Paul Mason, the Economics Editor of the BBC’s Newsnight program, has a new book out. In it, he argues that the myriad forms of protest we’ve seen over the last year – the Arab Spring, the Occupy movement, student protests, protests against austerity budgets in Europe, are linked, part of a global revolution. Over at my Forbes blog, I’ve got a long review of the book.
The links are, according to Mason:
1. “the near collapse of free-market capitalism,” and in particular the opportunities it presents to the young;
2. rapid demographic growth creating a “youth bulge,” where young people come to represent a growing percentage of a country’s overall population, compounding and amplifying the impact of point 1;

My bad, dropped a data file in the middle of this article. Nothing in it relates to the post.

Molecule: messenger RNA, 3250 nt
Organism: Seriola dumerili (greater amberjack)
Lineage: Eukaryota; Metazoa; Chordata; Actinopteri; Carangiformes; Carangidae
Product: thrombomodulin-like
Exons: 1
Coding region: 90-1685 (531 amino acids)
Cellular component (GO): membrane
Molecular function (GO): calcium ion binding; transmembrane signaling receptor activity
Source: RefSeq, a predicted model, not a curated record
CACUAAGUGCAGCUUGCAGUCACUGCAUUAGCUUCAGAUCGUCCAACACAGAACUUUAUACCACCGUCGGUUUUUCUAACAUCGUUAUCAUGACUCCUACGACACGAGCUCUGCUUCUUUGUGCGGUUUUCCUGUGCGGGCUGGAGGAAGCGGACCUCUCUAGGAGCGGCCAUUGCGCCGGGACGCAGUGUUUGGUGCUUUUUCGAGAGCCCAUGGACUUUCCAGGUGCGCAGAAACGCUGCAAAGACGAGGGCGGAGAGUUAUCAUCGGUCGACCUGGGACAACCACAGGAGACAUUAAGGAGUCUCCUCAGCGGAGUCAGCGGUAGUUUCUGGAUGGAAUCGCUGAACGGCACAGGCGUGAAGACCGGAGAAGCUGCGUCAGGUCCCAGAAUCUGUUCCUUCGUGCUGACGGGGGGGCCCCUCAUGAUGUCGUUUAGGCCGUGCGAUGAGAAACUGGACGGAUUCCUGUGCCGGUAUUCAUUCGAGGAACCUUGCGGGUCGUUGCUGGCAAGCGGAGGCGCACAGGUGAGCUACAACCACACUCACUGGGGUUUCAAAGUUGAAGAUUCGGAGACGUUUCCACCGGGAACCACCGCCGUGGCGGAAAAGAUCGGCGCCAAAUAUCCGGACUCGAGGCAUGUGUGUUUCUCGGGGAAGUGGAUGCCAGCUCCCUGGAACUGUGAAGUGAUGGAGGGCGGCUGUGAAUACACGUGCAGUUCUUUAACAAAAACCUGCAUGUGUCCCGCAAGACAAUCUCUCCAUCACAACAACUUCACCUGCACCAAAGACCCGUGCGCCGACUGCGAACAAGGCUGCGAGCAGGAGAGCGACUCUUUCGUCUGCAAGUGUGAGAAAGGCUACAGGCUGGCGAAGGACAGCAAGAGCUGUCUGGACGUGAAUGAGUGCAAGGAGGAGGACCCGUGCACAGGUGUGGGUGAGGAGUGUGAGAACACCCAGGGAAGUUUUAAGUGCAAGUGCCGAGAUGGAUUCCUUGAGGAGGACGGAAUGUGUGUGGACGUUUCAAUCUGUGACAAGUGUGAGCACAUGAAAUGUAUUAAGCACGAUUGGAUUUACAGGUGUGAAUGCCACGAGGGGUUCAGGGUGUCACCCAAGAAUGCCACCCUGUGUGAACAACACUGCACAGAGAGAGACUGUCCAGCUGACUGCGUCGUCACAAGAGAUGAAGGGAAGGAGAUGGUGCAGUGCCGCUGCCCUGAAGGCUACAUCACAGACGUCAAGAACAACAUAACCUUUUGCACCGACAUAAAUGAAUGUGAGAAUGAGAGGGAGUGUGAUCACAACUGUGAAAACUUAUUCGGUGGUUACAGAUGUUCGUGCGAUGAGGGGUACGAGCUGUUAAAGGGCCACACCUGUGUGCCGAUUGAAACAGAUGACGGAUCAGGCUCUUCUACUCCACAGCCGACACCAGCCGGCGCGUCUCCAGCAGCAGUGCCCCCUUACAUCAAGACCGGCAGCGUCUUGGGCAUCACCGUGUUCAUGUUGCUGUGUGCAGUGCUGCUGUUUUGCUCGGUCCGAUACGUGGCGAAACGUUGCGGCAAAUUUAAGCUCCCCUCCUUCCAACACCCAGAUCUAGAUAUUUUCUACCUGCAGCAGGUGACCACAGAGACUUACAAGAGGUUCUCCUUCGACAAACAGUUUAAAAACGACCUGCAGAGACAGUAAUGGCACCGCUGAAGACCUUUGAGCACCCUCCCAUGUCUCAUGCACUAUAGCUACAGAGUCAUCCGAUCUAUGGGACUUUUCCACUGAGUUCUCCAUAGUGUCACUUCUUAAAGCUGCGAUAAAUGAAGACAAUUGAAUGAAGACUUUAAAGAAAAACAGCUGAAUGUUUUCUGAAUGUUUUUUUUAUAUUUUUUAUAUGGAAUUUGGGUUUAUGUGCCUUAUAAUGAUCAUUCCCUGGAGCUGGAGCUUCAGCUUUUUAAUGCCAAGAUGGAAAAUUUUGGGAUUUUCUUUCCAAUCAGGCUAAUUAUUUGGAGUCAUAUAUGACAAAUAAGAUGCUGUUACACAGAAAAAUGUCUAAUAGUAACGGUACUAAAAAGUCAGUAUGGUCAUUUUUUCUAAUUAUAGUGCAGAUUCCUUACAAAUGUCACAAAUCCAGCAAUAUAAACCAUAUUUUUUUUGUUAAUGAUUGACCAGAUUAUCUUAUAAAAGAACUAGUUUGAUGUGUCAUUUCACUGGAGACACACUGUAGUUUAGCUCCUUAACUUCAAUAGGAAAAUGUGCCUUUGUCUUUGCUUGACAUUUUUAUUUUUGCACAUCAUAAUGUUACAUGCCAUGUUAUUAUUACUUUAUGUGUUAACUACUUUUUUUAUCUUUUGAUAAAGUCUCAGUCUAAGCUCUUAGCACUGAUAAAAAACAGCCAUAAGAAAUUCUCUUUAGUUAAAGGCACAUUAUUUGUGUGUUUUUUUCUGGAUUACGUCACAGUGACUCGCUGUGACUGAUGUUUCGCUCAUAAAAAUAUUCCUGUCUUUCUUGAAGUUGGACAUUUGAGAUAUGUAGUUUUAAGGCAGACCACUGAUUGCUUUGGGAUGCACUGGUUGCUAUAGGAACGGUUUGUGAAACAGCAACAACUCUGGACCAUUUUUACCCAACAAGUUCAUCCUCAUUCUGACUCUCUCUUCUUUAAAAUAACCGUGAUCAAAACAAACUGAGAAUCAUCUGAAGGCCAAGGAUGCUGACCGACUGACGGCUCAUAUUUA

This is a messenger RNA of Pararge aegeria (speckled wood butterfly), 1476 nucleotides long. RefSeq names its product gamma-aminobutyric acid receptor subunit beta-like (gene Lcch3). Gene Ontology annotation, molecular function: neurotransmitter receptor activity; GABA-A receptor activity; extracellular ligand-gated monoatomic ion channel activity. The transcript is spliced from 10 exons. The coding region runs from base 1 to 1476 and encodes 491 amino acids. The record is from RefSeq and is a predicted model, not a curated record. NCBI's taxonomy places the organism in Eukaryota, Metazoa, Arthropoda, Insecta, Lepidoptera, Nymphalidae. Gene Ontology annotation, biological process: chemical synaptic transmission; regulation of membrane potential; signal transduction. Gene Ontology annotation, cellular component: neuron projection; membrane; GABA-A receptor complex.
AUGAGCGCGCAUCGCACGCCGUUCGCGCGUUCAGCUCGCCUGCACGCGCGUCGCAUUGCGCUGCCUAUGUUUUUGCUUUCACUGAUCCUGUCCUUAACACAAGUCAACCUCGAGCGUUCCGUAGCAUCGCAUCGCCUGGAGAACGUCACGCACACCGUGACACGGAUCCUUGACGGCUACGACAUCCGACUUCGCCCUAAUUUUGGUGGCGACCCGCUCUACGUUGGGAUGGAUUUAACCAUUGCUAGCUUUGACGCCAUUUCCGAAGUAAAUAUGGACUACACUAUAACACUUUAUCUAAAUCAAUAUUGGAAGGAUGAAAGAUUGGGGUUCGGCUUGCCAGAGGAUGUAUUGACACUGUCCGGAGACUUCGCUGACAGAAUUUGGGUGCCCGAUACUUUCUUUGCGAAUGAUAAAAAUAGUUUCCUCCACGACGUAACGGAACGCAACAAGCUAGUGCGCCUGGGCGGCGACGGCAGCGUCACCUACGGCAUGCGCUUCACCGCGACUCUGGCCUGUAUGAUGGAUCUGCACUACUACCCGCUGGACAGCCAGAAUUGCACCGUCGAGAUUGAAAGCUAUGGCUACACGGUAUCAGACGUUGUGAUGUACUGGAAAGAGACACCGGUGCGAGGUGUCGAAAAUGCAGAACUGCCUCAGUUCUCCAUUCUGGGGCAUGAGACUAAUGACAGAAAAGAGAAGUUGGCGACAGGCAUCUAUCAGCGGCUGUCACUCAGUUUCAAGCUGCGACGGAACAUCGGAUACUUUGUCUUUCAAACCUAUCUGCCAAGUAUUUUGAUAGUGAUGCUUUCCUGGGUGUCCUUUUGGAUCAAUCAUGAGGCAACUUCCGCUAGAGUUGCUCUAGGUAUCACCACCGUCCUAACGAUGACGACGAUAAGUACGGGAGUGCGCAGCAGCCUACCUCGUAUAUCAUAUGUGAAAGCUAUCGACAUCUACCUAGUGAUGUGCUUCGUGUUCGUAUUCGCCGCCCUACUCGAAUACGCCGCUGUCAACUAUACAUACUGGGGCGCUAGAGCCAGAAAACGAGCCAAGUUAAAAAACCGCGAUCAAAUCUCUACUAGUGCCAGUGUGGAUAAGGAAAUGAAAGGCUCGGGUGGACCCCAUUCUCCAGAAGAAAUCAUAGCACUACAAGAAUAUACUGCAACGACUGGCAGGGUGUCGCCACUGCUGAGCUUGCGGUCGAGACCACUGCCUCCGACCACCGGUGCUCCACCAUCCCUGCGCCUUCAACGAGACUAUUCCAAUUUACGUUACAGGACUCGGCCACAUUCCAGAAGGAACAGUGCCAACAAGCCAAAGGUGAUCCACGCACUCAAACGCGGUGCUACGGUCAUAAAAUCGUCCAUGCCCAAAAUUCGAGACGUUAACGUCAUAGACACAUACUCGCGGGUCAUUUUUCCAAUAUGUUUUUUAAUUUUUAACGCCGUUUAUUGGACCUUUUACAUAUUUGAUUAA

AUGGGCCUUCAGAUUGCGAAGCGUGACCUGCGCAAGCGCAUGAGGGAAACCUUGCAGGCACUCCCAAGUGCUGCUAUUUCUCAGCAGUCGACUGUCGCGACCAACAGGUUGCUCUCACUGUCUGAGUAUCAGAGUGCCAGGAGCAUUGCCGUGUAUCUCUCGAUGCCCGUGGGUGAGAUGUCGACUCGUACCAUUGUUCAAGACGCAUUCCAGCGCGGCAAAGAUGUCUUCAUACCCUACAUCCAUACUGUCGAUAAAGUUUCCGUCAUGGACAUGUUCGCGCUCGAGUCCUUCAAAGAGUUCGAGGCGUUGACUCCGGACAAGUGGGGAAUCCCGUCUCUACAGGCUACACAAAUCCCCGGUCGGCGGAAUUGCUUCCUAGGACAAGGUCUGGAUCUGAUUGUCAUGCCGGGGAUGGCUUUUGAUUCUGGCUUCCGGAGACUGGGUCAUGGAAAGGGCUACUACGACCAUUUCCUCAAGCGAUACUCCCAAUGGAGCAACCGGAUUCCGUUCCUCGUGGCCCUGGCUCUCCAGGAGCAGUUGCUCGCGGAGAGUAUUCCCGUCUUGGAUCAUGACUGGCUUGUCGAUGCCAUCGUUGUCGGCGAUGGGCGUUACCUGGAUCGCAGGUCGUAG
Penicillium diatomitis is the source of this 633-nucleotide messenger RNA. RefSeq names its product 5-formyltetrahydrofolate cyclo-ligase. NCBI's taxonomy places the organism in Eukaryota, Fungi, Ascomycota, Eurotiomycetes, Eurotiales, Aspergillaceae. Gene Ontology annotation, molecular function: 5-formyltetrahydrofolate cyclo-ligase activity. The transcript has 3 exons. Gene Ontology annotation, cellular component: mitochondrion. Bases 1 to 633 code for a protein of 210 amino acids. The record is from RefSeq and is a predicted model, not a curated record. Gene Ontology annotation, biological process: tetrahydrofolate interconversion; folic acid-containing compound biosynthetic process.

3. growth in educational attainment, which Mason uses to argue that the young people sans opportunity are those who played by the rules and feel their economic loss more acutely as a result. He calls them “graduates with no future”;
4. “an upswing in technical innovation, a surge in desire for individual freedom and a change in human consciousness about what freedom means.” Technology and individualism, Mason says, allow protests to assume a networked structure than can overpower traditional hierarchies.
I’ve been skeptical of this argument since it first appeared on Mason’s blog a year ago.
The three core problems Mason identifies – youth unemployment, the youth demographic bulge, and the diminishing returns on education- are real ones. But in Mason’s account, they are depicted as three components of the same, global problem. That’s simply not accurate.
To learn exactly what’s wrong with Mason’s economic assumptions, and how a more rigorous look at the economic data undermines his argument, read the whole thing.